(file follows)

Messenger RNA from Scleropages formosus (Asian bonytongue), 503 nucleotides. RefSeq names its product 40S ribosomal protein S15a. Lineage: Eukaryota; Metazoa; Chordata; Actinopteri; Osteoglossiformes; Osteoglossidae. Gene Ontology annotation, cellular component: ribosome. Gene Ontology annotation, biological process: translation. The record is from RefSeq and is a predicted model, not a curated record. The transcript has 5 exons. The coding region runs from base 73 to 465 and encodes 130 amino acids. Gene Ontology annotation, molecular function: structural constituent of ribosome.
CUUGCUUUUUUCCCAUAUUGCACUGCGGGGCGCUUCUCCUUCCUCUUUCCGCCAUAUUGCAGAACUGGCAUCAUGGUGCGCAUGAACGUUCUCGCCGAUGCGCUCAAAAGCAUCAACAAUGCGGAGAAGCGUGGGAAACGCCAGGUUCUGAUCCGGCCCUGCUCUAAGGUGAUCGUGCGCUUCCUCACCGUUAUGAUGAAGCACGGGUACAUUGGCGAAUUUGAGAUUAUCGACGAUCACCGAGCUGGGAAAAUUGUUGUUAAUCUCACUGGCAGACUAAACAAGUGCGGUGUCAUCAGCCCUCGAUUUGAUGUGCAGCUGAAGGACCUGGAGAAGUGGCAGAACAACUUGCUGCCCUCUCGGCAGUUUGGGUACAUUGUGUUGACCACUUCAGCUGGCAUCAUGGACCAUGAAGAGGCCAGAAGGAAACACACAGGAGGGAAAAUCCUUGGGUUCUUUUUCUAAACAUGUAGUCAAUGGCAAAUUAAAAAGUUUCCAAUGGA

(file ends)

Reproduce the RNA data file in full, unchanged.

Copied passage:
Messenger RNA from Scleropages formosus (Asian bonytongue), 503 nucleotides. RefSeq names its product 40S ribosomal protein S15a. Lineage: Eukaryota; Metazoa; Chordata; Actinopteri; Osteoglossiformes; Osteoglossidae. Gene Ontology annotation, cellular component: ribosome. Gene Ontology annotation, biological process: translation. The record is from RefSeq and is a predicted model, not a curated record. The transcript has 5 exons. The coding region runs from base 73 to 465 and encodes 130 amino acids. Gene Ontology annotation, molecular function: structural constituent of ribosome.
CUUGCUUUUUUCCCAUAUUGCACUGCGGGGCGCUUCUCCUUCCUCUUUCCGCCAUAUUGCAGAACUGGCAUCAUGGUGCGCAUGAACGUUCUCGCCGAUGCGCUCAAAAGCAUCAACAAUGCGGAGAAGCGUGGGAAACGCCAGGUUCUGAUCCGGCCCUGCUCUAAGGUGAUCGUGCGCUUCCUCACCGUUAUGAUGAAGCACGGGUACAUUGGCGAAUUUGAGAUUAUCGACGAUCACCGAGCUGGGAAAAUUGUUGUUAAUCUCACUGGCAGACUAAACAAGUGCGGUGUCAUCAGCCCUCGAUUUGAUGUGCAGCUGAAGGACCUGGAGAAGUGGCAGAACAACUUGCUGCCCUCUCGGCAGUUUGGGUACAUUGUGUUGACCACUUCAGCUGGCAUCAUGGACCAUGAAGAGGCCAGAAGGAAACACACAGGAGGGAAAAUCCUUGGGUUCUUUUUCUAAACAUGUAGUCAAUGGCAAAUUAAAAAGUUUCCAAUGGA